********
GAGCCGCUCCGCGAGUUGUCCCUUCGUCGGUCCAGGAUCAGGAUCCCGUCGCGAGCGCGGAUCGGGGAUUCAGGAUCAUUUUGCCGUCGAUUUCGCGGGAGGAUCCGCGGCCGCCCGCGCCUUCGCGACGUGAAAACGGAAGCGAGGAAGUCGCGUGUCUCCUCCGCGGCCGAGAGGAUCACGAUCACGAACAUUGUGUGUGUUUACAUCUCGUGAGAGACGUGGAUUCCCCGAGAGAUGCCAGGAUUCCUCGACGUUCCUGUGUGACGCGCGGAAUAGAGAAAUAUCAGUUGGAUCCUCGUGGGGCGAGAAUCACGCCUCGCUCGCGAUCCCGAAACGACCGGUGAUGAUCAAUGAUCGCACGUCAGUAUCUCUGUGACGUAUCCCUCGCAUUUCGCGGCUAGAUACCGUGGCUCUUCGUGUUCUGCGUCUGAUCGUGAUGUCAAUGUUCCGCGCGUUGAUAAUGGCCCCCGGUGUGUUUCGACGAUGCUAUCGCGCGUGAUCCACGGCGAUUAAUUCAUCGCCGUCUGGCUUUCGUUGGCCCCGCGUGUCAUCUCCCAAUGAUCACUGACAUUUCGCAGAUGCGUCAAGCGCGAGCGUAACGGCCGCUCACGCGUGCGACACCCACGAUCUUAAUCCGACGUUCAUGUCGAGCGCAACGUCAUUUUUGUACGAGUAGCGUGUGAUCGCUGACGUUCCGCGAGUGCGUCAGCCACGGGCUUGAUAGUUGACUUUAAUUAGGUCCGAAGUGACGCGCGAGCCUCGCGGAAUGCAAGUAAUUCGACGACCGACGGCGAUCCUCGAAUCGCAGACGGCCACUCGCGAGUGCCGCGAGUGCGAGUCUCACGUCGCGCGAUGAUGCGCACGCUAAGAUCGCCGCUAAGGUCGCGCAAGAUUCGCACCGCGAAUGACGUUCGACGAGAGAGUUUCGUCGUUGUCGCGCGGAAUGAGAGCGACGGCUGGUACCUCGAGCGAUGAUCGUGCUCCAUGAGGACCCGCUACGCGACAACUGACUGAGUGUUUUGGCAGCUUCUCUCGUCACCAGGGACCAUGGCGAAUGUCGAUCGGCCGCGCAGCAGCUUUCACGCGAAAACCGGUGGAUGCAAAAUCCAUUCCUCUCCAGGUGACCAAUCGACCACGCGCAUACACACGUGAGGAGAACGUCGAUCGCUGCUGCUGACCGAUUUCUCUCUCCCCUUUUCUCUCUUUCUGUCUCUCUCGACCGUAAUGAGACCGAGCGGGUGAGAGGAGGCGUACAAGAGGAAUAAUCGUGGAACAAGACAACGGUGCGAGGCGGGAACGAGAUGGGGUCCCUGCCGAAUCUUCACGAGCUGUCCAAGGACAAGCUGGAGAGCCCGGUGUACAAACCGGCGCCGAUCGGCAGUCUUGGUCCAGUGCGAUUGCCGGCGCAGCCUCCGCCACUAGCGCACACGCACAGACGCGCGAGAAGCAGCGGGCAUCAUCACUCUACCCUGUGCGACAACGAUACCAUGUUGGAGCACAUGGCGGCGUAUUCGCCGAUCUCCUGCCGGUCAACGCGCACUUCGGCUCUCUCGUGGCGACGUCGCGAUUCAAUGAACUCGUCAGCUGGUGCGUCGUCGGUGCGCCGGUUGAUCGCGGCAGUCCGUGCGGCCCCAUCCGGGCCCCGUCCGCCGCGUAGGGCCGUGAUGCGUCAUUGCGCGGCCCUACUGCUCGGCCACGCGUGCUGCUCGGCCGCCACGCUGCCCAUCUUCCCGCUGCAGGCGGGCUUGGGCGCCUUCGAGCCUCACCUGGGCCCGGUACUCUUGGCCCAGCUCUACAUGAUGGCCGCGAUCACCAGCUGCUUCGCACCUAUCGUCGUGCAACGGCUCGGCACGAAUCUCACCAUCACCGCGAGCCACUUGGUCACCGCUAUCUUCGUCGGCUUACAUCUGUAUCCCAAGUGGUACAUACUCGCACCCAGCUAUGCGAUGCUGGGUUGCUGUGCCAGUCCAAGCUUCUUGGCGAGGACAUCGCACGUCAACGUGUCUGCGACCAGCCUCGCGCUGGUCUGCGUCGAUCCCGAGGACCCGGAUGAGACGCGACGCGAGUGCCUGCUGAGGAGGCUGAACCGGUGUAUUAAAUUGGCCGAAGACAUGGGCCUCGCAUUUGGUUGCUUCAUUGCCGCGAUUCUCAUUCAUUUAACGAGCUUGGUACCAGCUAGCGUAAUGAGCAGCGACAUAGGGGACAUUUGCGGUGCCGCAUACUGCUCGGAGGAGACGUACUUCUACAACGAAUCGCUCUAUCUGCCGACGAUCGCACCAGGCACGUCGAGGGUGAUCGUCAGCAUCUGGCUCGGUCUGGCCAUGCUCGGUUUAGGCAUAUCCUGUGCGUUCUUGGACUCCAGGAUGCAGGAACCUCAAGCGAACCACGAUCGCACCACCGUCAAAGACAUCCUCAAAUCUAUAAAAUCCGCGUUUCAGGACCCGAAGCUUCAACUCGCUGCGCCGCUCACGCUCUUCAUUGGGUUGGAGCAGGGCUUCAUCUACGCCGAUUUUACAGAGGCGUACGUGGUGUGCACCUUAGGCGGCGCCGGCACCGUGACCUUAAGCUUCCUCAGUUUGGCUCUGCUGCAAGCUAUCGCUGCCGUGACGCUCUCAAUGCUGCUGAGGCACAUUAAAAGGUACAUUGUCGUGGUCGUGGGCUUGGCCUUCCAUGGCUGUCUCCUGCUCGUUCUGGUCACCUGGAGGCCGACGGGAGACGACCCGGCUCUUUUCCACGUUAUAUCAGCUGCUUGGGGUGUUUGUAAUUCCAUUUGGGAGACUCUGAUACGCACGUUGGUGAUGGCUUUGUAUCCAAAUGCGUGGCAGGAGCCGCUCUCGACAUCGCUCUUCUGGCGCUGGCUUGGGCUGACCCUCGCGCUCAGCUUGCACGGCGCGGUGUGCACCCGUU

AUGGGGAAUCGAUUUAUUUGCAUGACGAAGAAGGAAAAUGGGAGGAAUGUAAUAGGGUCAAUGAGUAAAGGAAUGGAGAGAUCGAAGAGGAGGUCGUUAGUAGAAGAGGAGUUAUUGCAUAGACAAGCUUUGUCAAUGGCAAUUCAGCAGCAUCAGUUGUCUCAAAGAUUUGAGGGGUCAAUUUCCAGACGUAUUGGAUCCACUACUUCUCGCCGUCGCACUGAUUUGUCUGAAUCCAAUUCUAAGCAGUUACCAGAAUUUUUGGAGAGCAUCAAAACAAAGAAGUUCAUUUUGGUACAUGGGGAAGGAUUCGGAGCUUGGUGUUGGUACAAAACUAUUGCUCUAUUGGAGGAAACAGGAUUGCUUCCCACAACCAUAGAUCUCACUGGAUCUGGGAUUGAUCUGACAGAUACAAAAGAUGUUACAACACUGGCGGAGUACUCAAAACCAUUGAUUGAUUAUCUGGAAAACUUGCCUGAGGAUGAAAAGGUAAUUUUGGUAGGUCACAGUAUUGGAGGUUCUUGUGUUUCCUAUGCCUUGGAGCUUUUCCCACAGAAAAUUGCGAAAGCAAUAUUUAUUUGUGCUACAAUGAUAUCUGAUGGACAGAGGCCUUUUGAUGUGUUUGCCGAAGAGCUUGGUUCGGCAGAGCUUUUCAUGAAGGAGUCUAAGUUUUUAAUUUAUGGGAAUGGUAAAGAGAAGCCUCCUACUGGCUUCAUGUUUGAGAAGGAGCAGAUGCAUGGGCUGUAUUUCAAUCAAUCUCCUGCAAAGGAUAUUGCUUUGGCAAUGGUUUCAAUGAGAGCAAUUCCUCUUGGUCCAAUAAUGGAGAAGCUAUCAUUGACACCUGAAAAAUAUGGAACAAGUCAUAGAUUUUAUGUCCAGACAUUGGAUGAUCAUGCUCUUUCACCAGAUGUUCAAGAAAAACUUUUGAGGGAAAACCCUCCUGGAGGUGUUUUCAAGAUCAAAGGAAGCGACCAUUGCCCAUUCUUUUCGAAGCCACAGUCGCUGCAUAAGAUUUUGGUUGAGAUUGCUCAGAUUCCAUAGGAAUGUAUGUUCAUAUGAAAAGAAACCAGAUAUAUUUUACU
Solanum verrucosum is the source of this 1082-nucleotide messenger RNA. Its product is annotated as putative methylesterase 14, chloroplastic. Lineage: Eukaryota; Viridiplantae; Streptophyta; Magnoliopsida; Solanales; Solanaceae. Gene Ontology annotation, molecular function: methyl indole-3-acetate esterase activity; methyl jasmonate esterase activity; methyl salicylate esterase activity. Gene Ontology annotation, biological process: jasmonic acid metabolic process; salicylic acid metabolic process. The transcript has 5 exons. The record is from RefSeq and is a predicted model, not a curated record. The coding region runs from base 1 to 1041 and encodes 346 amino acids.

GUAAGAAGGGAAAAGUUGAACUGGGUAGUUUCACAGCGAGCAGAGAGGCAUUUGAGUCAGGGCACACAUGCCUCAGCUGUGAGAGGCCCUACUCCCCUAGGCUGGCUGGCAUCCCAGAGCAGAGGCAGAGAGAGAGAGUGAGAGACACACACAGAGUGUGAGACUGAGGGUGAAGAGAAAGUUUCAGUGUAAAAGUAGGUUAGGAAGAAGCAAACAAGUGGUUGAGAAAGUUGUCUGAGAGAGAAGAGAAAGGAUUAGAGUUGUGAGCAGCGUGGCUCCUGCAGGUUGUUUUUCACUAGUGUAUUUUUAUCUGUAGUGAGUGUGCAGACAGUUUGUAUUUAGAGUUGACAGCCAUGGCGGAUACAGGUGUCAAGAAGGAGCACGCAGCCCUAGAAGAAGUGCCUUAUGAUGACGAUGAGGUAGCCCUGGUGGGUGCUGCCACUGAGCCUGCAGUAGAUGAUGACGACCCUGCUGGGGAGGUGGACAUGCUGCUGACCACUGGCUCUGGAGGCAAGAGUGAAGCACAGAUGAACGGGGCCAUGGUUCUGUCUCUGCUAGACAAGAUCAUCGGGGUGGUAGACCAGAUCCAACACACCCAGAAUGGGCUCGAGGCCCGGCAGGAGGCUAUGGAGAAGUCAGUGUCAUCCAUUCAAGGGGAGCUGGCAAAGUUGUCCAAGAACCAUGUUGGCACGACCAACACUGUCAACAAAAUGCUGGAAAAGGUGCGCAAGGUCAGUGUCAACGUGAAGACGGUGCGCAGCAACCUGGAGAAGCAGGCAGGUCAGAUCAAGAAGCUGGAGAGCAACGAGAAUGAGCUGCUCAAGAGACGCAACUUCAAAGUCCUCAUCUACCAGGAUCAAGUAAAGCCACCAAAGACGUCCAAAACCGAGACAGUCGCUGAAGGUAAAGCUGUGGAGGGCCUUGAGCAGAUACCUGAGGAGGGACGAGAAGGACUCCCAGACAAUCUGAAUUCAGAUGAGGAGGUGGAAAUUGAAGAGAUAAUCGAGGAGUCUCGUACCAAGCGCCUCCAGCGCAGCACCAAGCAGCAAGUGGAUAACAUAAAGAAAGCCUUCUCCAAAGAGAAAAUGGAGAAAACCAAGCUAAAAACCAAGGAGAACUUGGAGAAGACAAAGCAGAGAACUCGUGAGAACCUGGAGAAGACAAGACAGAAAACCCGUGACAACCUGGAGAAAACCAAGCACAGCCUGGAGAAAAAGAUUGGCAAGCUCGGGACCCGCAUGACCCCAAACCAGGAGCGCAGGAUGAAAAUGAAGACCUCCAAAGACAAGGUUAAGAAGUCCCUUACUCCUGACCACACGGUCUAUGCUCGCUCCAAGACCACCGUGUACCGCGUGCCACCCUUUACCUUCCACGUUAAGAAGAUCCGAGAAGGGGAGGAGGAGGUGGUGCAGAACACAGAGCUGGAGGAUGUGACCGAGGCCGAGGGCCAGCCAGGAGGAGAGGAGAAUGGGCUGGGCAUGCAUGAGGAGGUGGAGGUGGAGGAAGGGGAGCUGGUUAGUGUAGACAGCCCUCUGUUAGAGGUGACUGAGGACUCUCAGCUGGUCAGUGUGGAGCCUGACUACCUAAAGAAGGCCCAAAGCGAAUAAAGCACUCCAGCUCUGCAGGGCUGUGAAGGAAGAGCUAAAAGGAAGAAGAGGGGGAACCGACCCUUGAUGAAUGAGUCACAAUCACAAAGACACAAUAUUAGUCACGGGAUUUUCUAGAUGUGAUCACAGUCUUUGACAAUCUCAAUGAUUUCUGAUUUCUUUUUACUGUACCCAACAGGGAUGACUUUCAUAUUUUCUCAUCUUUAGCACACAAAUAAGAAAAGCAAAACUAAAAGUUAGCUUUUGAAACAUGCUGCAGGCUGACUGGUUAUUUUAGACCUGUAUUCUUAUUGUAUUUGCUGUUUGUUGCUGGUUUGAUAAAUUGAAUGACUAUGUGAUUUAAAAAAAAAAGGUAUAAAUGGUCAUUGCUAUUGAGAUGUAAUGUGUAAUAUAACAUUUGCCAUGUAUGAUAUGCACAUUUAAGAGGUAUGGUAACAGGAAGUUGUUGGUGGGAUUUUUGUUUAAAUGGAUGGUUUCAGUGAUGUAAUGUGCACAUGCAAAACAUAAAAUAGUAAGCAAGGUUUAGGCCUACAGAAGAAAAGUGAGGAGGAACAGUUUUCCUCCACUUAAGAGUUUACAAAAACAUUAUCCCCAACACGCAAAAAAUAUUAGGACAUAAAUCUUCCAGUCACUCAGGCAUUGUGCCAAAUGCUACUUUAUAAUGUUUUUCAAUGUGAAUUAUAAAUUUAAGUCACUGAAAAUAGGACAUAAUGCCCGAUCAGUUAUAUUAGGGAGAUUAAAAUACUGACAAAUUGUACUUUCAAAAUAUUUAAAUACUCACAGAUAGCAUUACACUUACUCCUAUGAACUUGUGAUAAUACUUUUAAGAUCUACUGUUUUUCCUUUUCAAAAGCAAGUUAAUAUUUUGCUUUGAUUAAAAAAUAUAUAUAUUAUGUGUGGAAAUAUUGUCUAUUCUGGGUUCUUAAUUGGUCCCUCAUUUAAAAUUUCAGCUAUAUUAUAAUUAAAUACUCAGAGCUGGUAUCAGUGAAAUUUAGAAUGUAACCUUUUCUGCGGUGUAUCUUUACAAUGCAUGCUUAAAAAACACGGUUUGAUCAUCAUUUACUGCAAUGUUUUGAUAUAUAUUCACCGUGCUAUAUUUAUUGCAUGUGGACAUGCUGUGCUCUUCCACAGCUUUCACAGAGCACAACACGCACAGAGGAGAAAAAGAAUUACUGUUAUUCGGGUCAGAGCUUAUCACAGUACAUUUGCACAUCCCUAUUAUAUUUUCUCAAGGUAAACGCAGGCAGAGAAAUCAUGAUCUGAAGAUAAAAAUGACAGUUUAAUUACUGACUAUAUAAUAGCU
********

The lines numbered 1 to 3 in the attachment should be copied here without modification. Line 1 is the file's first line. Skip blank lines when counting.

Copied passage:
GAGCCGCUCCGCGAGUUGUCCCUUCGUCGGUCCAGGAUCAGGAUCCCGUCGCGAGCGCGGAUCGGGGAUUCAGGAUCAUUUUGCCGUCGAUUUCGCGGGAGGAUCCGCGGCCGCCCGCGCCUUCGCGACGUGAAAACGGAAGCGAGGAAGUCGCGUGUCUCCUCCGCGGCCGAGAGGAUCACGAUCACGAACAUUGUGUGUGUUUACAUCUCGUGAGAGACGUGGAUUCCCCGAGAGAUGCCAGGAUUCCUCGACGUUCCUGUGUGACGCGCGGAAUAGAGAAAUAUCAGUUGGAUCCUCGUGGGGCGAGAAUCACGCCUCGCUCGCGAUCCCGAAACGACCGGUGAUGAUCAAUGAUCGCACGUCAGUAUCUCUGUGACGUAUCCCUCGCAUUUCGCGGCUAGAUACCGUGGCUCUUCGUGUUCUGCGUCUGAUCGUGAUGUCAAUGUUCCGCGCGUUGAUAAUGGCCCCCGGUGUGUUUCGACGAUGCUAUCGCGCGUGAUCCACGGCGAUUAAUUCAUCGCCGUCUGGCUUUCGUUGGCCCCGCGUGUCAUCUCCCAAUGAUCACUGACAUUUCGCAGAUGCGUCAAGCGCGAGCGUAACGGCCGCUCACGCGUGCGACACCCACGAUCUUAAUCCGACGUUCAUGUCGAGCGCAACGUCAUUUUUGUACGAGUAGCGUGUGAUCGCUGACGUUCCGCGAGUGCGUCAGCCACGGGCUUGAUAGUUGACUUUAAUUAGGUCCGAAGUGACGCGCGAGCCUCGCGGAAUGCAAGUAAUUCGACGACCGACGGCGAUCCUCGAAUCGCAGACGGCCACUCGCGAGUGCCGCGAGUGCGAGUCUCACGUCGCGCGAUGAUGCGCACGCUAAGAUCGCCGCUAAGGUCGCGCAAGAUUCGCACCGCGAAUGACGUUCGACGAGAGAGUUUCGUCGUUGUCGCGCGGAAUGAGAGCGACGGCUGGUACCUCGAGCGAUGAUCGUGCUCCAUGAGGACCCGCUACGCGACAACUGACUGAGUGUUUUGGCAGCUUCUCUCGUCACCAGGGACCAUGGCGAAUGUCGAUCGGCCGCGCAGCAGCUUUCACGCGAAAACCGGUGGAUGCAAAAUCCAUUCCUCUCCAGGUGACCAAUCGACCACGCGCAUACACACGUGAGGAGAACGUCGAUCGCUGCUGCUGACCGAUUUCUCUCUCCCCUUUUCUCUCUUUCUGUCUCUCUCGACCGUAAUGAGACCGAGCGGGUGAGAGGAGGCGUACAAGAGGAAUAAUCGUGGAACAAGACAACGGUGCGAGGCGGGAACGAGAUGGGGUCCCUGCCGAAUCUUCACGAGCUGUCCAAGGACAAGCUGGAGAGCCCGGUGUACAAACCGGCGCCGAUCGGCAGUCUUGGUCCAGUGCGAUUGCCGGCGCAGCCUCCGCCACUAGCGCACACGCACAGACGCGCGAGAAGCAGCGGGCAUCAUCACUCUACCCUGUGCGACAACGAUACCAUGUUGGAGCACAUGGCGGCGUAUUCGCCGAUCUCCUGCCGGUCAACGCGCACUUCGGCUCUCUCGUGGCGACGUCGCGAUUCAAUGAACUCGUCAGCUGGUGCGUCGUCGGUGCGCCGGUUGAUCGCGGCAGUCCGUGCGGCCCCAUCCGGGCCCCGUCCGCCGCGUAGGGCCGUGAUGCGUCAUUGCGCGGCCCUACUGCUCGGCCACGCGUGCUGCUCGGCCGCCACGCUGCCCAUCUUCCCGCUGCAGGCGGGCUUGGGCGCCUUCGAGCCUCACCUGGGCCCGGUACUCUUGGCCCAGCUCUACAUGAUGGCCGCGAUCACCAGCUGCUUCGCACCUAUCGUCGUGCAACGGCUCGGCACGAAUCUCACCAUCACCGCGAGCCACUUGGUCACCGCUAUCUUCGUCGGCUUACAUCUGUAUCCCAAGUGGUACAUACUCGCACCCAGCUAUGCGAUGCUGGGUUGCUGUGCCAGUCCAAGCUUCUUGGCGAGGACAUCGCACGUCAACGUGUCUGCGACCAGCCUCGCGCUGGUCUGCGUCGAUCCCGAGGACCCGGAUGAGACGCGACGCGAGUGCCUGCUGAGGAGGCUGAACCGGUGUAUUAAAUUGGCCGAAGACAUGGGCCUCGCAUUUGGUUGCUUCAUUGCCGCGAUUCUCAUUCAUUUAACGAGCUUGGUACCAGCUAGCGUAAUGAGCAGCGACAUAGGGGACAUUUGCGGUGCCGCAUACUGCUCGGAGGAGACGUACUUCUACAACGAAUCGCUCUAUCUGCCGACGAUCGCACCAGGCACGUCGAGGGUGAUCGUCAGCAUCUGGCUCGGUCUGGCCAUGCUCGGUUUAGGCAUAUCCUGUGCGUUCUUGGACUCCAGGAUGCAGGAACCUCAAGCGAACCACGAUCGCACCACCGUCAAAGACAUCCUCAAAUCUAUAAAAUCCGCGUUUCAGGACCCGAAGCUUCAACUCGCUGCGCCGCUCACGCUCUUCAUUGGGUUGGAGCAGGGCUUCAUCUACGCCGAUUUUACAGAGGCGUACGUGGUGUGCACCUUAGGCGGCGCCGGCACCGUGACCUUAAGCUUCCUCAGUUUGGCUCUGCUGCAAGCUAUCGCUGCCGUGACGCUCUCAAUGCUGCUGAGGCACAUUAAAAGGUACAUUGUCGUGGUCGUGGGCUUGGCCUUCCAUGGCUGUCUCCUGCUCGUUCUGGUCACCUGGAGGCCGACGGGAGACGACCCGGCUCUUUUCCACGUUAUAUCAGCUGCUUGGGGUGUUUGUAAUUCCAUUUGGGAGACUCUGAUACGCACGUUGGUGAUGGCUUUGUAUCCAAAUGCGUGGCAGGAGCCGCUCUCGACAUCGCUCUUCUGGCGCUGGCUUGGGCUGACCCUCGCGCUCAGCUUGCACGGCGCGGUGUGCACCCGUU

AUGGGGAAUCGAUUUAUUUGCAUGACGAAGAAGGAAAAUGGGAGGAAUGUAAUAGGGUCAAUGAGUAAAGGAAUGGAGAGAUCGAAGAGGAGGUCGUUAGUAGAAGAGGAGUUAUUGCAUAGACAAGCUUUGUCAAUGGCAAUUCAGCAGCAUCAGUUGUCUCAAAGAUUUGAGGGGUCAAUUUCCAGACGUAUUGGAUCCACUACUUCUCGCCGUCGCACUGAUUUGUCUGAAUCCAAUUCUAAGCAGUUACCAGAAUUUUUGGAGAGCAUCAAAACAAAGAAGUUCAUUUUGGUACAUGGGGAAGGAUUCGGAGCUUGGUGUUGGUACAAAACUAUUGCUCUAUUGGAGGAAACAGGAUUGCUUCCCACAACCAUAGAUCUCACUGGAUCUGGGAUUGAUCUGACAGAUACAAAAGAUGUUACAACACUGGCGGAGUACUCAAAACCAUUGAUUGAUUAUCUGGAAAACUUGCCUGAGGAUGAAAAGGUAAUUUUGGUAGGUCACAGUAUUGGAGGUUCUUGUGUUUCCUAUGCCUUGGAGCUUUUCCCACAGAAAAUUGCGAAAGCAAUAUUUAUUUGUGCUACAAUGAUAUCUGAUGGACAGAGGCCUUUUGAUGUGUUUGCCGAAGAGCUUGGUUCGGCAGAGCUUUUCAUGAAGGAGUCUAAGUUUUUAAUUUAUGGGAAUGGUAAAGAGAAGCCUCCUACUGGCUUCAUGUUUGAGAAGGAGCAGAUGCAUGGGCUGUAUUUCAAUCAAUCUCCUGCAAAGGAUAUUGCUUUGGCAAUGGUUUCAAUGAGAGCAAUUCCUCUUGGUCCAAUAAUGGAGAAGCUAUCAUUGACACCUGAAAAAUAUGGAACAAGUCAUAGAUUUUAUGUCCAGACAUUGGAUGAUCAUGCUCUUUCACCAGAUGUUCAAGAAAAACUUUUGAGGGAAAACCCUCCUGGAGGUGUUUUCAAGAUCAAAGGAAGCGACCAUUGCCCAUUCUUUUCGAAGCCACAGUCGCUGCAUAAGAUUUUGGUUGAGAUUGCUCAGAUUCCAUAGGAAUGUAUGUUCAUAUGAAAAGAAACCAGAUAUAUUUUACU
Solanum verrucosum is the source of this 1082-nucleotide messenger RNA. Its product is annotated as putative methylesterase 14, chloroplastic. Lineage: Eukaryota; Viridiplantae; Streptophyta; Magnoliopsida; Solanales; Solanaceae. Gene Ontology annotation, molecular function: methyl indole-3-acetate esterase activity; methyl jasmonate esterase activity; methyl salicylate esterase activity. Gene Ontology annotation, biological process: jasmonic acid metabolic process; salicylic acid metabolic process. The transcript has 5 exons. The record is from RefSeq and is a predicted model, not a curated record. The coding region runs from base 1 to 1041 and encodes 346 amino acids.